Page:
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Agricultural Worker Health Project

A Project of California Rural Legal Assistance, Inc. (CRLA) and California Rural Legal Assistance Foundation (CRLAF)

Generous funding provided by The California Endowment

Many agricultural operations rely heavily on pesticide use.  Pesticides are substances used to kill insects, weeds, plant diseases, and other pests of crop plants.  However, these same substances can make you very sick and cause you and your family harm if you are exposed to them.  There are many different types of pesticides, and some are more dangerous than others.  Immediate symptoms of pesticide exposure can include dizziness, headaches, blurred vision, breathing problems, skin rashes, eye irritation, confusion, vomiting, diarrhea, and in extreme cases, death.  Delayed health problems include cancer, birth defects, reproductive health problems, memory loss, and other effects on the nervous system.

There are ways that you can protect yourself and your family against pesticide exposure, and it is important to understand how pesticides can affect you, as well as your legal rights in the workplace.  Pesticides enter the body through the mouth, nose, eyes, and skin.  Workers can help protect themselves from pesticide exposure by wearing clothing that covers the body, washing hands frequently at work (especially before eating), and by not entering areas treated with pesticides until sufficient time has passed.  The law requires that the perimeter of fields treated with certain pesticides be posted with a sign informing people when it is safe to re-enter. Workers should never enter areas that contain these postings, even if their employer or foreman requires them to do so. For all other pesticides, employers must tell workers whenever a field is unsafe to enter.  It is illegal to require workers to enter treated fields too soon.

Strawberry workers eating lunch. Photo by David Bacon.

Workers have a right to know what pesticides are being applied in their worksite, and employers are required by law to provide this information to workers who request it.  Employers are also required to provide training to pesticide applicators and people who work in areas treated by pesticides, and must provide protective equipment to workers working with or around certain pesticides.  It is also against the law for employers to retaliate against workers who complain about unsafe pesticide use, exposure or other violations.  Workers can help reduce pesticide exposure to family members by removing work clothing before entering the home, showering right away, and by washing work clothes separate from other family laundry.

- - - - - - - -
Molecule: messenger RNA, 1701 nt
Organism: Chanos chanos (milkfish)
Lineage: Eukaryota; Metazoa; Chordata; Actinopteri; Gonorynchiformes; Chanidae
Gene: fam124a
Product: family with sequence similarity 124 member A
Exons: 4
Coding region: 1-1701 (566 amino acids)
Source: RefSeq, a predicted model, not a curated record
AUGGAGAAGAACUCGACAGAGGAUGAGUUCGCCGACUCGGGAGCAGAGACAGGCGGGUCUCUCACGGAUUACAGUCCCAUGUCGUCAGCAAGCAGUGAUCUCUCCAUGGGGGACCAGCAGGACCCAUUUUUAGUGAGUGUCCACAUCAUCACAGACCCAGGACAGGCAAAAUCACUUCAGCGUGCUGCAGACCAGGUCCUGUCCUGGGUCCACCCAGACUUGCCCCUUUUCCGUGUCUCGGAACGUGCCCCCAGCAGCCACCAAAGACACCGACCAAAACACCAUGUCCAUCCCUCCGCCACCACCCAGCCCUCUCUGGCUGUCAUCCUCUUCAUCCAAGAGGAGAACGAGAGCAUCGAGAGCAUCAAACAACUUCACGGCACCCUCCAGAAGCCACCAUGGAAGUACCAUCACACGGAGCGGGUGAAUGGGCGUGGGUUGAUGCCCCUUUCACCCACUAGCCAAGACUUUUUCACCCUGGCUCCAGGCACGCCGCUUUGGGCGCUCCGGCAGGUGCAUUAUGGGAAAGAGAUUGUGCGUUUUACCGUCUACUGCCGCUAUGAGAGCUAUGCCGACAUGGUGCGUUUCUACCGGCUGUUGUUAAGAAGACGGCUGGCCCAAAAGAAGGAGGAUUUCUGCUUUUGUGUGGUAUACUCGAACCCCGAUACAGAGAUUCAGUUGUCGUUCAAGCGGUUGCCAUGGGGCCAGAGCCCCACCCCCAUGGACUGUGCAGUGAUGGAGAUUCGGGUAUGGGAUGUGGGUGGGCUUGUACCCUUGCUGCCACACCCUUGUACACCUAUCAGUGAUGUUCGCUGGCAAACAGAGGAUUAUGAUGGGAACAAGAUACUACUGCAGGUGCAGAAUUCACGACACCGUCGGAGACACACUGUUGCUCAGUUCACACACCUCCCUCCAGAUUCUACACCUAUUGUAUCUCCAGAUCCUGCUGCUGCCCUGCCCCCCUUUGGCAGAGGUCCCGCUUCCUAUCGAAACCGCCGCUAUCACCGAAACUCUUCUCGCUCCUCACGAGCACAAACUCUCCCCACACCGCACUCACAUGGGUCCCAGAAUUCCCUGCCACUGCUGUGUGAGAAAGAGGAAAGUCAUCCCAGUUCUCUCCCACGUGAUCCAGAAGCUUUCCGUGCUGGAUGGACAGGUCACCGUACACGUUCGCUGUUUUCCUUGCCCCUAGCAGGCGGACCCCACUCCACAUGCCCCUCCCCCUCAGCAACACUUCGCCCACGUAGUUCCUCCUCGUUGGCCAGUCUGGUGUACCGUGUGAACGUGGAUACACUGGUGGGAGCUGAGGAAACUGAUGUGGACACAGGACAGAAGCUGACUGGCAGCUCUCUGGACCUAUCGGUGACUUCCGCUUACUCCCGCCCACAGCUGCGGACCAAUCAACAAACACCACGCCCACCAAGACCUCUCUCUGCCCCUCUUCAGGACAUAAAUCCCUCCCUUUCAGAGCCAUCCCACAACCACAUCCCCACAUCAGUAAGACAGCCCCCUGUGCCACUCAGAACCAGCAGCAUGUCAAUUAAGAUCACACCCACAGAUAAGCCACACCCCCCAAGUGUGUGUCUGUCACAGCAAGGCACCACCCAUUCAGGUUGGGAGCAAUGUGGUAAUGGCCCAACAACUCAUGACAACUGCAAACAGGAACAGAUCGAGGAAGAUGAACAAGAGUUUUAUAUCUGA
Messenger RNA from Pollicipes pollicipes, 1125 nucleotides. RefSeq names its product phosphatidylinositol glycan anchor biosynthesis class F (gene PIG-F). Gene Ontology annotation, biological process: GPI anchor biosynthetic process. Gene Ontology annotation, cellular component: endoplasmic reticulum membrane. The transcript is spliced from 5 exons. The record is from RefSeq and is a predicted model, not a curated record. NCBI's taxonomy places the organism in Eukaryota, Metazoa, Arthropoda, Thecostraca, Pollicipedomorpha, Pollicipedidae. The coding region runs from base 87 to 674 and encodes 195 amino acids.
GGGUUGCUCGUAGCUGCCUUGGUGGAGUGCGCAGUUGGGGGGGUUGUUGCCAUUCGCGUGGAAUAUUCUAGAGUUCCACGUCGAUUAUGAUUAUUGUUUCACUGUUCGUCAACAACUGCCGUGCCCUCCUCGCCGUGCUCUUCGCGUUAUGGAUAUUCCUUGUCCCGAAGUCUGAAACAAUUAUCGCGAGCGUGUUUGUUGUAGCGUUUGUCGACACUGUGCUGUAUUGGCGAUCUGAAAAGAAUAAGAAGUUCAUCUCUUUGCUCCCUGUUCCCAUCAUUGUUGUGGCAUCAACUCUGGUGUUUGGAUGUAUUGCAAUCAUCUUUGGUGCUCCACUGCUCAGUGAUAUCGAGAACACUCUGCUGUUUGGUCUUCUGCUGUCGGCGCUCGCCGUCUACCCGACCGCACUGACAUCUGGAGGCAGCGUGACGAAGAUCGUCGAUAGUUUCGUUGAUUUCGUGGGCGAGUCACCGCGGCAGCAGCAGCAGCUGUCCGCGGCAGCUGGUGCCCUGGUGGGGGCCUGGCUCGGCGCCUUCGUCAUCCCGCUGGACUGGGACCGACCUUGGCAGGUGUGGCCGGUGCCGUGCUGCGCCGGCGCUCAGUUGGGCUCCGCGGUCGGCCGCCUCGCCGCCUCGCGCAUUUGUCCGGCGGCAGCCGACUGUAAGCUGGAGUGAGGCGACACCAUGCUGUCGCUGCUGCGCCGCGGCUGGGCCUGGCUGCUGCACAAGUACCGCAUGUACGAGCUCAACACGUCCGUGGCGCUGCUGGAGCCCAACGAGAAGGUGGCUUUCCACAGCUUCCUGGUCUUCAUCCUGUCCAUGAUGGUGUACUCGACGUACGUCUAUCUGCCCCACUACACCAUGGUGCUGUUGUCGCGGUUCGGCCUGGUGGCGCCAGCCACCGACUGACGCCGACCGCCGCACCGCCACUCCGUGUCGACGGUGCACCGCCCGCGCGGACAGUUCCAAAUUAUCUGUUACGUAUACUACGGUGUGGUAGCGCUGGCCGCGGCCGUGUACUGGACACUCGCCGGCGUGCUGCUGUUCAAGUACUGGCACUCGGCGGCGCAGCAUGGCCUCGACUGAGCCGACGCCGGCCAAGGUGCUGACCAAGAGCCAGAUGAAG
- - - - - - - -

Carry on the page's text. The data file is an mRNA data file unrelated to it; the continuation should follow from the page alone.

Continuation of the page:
AWHP advocates frequently educate workers about the dangers of pesticides and ways to protect themselves. AWHP advocates provide training to community leaders to help them become trainers on this topic in their communities.  AWHP attorneys sometimes represent workers in court who have challenged government regulations that do not sufficiently protect workers and surrounding communities from pesticide exposure.  For example, in 2007 AWHP attorneys won a court order that forced the California Department of Pesticide Regulation to stop using “Declarations of Emergency” to sidestep important pesticide protections.

Lemon picker. Photo by David Bacon.

AWHP advocates monitor pesticide use and postings in agricultural fields and notify local County Agricultural Commissioners of problems. CRLAF successfully advocated for the passage of Senate Bill 391, which requires counties to develop appropriate local emergency response plans when pesticides drift into community areas, and requires growers and pesticide applicators to pay any immediate medical expenses of victims of pesticide drift (including ambulance costs) not payed by insurance.  Since 2006, AWHP advocates have been working with local jurisdictions and agencies to successfully implement this law.


Links and Resources

National Pesticide Practice Skills Guidelines for Medical & Nursing Practice

Pesticide Resource Library

Reporting Pesticide Problems

AOEC Pesticide Illness Curriculum

Farm Worker Pesticide Project

Pesticide Resources for Health Care Providers 

Accessing California pesticide laws, regulations, state enforcement guidelines, and county pesticide records

Riesgos y Derechos Sobre Pesticidas (Spanish) -- Pesticide risks and rights

Pesticide Safety Rules For Farmworkers in English

Pesticide Safety Rules For Farmworkers in Spanish

Tractores Agricolas - Industriales

Safety Rules For Pesticide Handlers on Farms in English

Safety Rules For Pesticide Handlers on Farms in Spanish

CAUSE -- Central Coast Alliance United for Sustainable Economy

Central Coast Environmental Health Project

CPR -- Californians for Pesticide Reform

Panna -- Pesticide Action Network North America

A California Coalition for Worker Occupational Safety and Health Protection

LOHP -- Labor Occupational Health Program


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